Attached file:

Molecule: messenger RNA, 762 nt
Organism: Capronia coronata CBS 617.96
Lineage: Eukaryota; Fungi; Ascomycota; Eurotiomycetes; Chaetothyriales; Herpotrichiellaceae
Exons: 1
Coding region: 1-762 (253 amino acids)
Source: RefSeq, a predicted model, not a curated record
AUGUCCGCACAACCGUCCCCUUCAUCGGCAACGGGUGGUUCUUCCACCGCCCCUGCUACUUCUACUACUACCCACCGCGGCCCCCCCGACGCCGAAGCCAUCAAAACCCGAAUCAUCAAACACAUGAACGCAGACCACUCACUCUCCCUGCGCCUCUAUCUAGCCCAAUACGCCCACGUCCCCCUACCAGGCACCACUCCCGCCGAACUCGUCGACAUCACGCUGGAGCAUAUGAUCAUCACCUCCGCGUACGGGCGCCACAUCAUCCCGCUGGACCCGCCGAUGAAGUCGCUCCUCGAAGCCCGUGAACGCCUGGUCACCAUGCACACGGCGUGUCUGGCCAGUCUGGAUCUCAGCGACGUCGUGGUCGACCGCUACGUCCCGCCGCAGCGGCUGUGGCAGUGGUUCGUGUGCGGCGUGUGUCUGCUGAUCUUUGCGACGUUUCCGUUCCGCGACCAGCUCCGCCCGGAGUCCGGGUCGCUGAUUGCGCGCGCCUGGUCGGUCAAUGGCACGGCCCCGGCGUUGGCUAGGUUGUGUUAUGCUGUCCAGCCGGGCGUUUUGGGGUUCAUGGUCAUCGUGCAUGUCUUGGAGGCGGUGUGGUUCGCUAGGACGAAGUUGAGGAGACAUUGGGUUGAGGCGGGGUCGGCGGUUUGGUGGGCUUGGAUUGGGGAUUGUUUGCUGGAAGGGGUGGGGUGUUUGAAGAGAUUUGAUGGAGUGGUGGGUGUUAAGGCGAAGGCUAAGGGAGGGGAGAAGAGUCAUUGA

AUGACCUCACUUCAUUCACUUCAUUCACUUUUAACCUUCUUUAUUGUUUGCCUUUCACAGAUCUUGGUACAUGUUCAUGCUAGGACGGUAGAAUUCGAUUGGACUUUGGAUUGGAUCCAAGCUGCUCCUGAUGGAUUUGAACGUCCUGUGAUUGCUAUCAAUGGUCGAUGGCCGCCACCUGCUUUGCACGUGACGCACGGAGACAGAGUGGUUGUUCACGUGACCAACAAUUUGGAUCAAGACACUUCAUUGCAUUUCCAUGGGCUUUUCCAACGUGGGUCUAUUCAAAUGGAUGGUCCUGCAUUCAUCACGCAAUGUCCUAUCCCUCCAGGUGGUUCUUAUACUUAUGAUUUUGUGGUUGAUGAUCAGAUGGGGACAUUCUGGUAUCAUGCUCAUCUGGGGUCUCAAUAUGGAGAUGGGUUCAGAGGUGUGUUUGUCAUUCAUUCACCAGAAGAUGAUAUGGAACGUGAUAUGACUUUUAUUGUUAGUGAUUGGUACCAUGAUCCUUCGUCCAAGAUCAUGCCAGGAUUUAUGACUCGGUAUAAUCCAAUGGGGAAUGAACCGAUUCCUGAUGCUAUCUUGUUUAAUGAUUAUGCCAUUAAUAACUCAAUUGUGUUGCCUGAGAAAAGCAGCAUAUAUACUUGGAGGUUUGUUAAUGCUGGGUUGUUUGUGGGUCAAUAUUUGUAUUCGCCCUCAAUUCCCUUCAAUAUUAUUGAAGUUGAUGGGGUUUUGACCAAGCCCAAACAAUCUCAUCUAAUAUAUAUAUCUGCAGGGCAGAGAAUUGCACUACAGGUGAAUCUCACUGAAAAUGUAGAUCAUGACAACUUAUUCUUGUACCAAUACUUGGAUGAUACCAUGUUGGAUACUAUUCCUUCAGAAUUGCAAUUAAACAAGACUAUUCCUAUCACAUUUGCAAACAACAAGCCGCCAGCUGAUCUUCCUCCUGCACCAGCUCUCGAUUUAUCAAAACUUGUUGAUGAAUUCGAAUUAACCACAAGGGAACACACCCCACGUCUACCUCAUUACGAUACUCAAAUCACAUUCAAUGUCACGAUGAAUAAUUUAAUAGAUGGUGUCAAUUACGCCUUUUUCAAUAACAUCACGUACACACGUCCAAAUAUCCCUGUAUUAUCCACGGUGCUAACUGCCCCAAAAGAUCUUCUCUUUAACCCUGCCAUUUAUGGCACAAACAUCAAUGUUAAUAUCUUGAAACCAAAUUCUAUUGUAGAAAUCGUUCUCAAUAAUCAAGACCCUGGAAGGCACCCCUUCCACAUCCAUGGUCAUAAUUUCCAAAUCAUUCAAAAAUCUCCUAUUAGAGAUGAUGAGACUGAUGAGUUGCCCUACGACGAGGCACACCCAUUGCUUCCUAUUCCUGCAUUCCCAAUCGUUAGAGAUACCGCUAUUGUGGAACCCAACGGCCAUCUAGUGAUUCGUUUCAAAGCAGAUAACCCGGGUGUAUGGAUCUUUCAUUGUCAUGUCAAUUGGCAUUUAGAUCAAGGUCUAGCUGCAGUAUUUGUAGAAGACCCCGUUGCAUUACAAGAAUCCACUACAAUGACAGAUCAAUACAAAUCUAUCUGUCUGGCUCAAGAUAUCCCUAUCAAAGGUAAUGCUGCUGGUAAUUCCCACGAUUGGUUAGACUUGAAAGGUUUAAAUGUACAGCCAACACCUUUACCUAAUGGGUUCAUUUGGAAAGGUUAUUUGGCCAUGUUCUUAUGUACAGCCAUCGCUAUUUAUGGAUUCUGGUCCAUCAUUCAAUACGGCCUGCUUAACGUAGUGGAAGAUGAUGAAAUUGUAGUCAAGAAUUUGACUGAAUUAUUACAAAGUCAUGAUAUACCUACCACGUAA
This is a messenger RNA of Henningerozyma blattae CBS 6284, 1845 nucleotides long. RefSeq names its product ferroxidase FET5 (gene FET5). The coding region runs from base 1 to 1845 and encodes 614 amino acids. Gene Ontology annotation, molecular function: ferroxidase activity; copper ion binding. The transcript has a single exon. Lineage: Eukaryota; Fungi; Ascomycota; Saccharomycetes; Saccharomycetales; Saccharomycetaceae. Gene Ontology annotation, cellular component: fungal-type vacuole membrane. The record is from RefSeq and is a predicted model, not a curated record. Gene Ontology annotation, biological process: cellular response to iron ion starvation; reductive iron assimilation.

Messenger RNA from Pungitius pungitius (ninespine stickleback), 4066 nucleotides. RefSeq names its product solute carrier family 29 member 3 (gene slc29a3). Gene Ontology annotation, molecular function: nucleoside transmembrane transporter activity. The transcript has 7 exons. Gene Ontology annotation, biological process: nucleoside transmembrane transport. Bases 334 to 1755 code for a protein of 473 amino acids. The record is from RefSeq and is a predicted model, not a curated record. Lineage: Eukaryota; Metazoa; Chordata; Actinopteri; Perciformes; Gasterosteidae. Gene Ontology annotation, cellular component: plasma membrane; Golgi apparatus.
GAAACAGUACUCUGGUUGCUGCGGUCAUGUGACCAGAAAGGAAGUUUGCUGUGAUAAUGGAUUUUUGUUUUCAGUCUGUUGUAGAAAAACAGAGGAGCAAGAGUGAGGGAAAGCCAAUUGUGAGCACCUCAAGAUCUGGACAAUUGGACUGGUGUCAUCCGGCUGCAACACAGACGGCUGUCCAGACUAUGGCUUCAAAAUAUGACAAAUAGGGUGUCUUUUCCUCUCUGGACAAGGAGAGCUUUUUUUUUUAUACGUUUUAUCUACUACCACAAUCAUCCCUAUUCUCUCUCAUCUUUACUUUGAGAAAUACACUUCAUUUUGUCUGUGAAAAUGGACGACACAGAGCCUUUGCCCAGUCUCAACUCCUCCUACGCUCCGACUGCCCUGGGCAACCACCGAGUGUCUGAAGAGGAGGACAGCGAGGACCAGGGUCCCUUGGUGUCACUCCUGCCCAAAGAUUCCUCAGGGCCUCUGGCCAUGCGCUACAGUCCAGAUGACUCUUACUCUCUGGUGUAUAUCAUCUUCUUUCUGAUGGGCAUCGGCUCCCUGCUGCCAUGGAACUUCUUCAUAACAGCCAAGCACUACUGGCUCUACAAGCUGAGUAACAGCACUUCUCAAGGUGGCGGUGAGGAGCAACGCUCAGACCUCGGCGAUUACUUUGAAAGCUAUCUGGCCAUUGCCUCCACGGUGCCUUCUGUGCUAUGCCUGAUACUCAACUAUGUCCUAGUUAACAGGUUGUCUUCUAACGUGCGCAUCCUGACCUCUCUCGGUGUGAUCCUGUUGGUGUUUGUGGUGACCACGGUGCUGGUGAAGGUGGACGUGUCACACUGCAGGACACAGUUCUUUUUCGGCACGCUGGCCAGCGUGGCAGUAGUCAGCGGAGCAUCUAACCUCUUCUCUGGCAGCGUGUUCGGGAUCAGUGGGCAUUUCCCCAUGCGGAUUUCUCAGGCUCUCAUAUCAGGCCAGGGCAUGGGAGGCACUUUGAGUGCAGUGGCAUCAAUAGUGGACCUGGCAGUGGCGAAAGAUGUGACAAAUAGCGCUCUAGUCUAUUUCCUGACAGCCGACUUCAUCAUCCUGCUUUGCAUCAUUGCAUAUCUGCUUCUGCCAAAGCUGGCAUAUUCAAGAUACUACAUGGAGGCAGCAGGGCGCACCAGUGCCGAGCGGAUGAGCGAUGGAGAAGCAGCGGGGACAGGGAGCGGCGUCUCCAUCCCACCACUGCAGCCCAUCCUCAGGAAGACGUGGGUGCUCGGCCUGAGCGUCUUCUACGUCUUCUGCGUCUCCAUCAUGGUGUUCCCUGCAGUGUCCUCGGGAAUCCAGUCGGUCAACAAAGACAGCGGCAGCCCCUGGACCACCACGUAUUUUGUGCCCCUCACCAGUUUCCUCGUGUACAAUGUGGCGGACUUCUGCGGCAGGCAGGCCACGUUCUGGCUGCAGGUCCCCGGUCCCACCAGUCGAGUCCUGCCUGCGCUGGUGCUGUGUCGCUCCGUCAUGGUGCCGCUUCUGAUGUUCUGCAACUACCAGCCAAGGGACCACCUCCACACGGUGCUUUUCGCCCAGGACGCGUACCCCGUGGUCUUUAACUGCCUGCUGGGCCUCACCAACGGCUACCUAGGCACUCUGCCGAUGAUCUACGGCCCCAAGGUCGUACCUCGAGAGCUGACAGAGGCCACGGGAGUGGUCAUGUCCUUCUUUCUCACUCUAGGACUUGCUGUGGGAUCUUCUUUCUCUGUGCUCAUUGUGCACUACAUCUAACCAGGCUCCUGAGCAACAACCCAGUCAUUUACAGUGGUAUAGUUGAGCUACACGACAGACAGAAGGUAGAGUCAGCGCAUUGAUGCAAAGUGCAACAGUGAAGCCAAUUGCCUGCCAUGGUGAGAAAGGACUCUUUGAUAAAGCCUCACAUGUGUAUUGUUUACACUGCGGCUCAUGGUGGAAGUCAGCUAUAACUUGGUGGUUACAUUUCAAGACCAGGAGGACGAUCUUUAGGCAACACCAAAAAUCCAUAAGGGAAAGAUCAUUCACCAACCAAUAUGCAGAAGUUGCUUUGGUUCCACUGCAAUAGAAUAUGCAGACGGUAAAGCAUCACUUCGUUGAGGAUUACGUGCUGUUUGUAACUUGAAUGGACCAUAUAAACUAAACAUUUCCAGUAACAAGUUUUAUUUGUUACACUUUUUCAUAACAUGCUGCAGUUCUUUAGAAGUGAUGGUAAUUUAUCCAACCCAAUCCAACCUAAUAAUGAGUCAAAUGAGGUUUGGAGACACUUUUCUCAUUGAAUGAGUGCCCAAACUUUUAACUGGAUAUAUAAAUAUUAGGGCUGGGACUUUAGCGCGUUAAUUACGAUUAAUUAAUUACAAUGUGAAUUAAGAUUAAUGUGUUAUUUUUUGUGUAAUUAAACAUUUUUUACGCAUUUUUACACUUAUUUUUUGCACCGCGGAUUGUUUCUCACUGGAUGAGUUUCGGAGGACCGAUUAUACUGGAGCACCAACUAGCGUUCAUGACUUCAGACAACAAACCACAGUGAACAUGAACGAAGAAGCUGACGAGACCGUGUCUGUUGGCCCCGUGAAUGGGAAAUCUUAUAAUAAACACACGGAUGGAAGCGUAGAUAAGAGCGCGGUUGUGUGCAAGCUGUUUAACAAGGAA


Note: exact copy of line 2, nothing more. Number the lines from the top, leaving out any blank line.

Organism: Capronia coronata CBS 617.96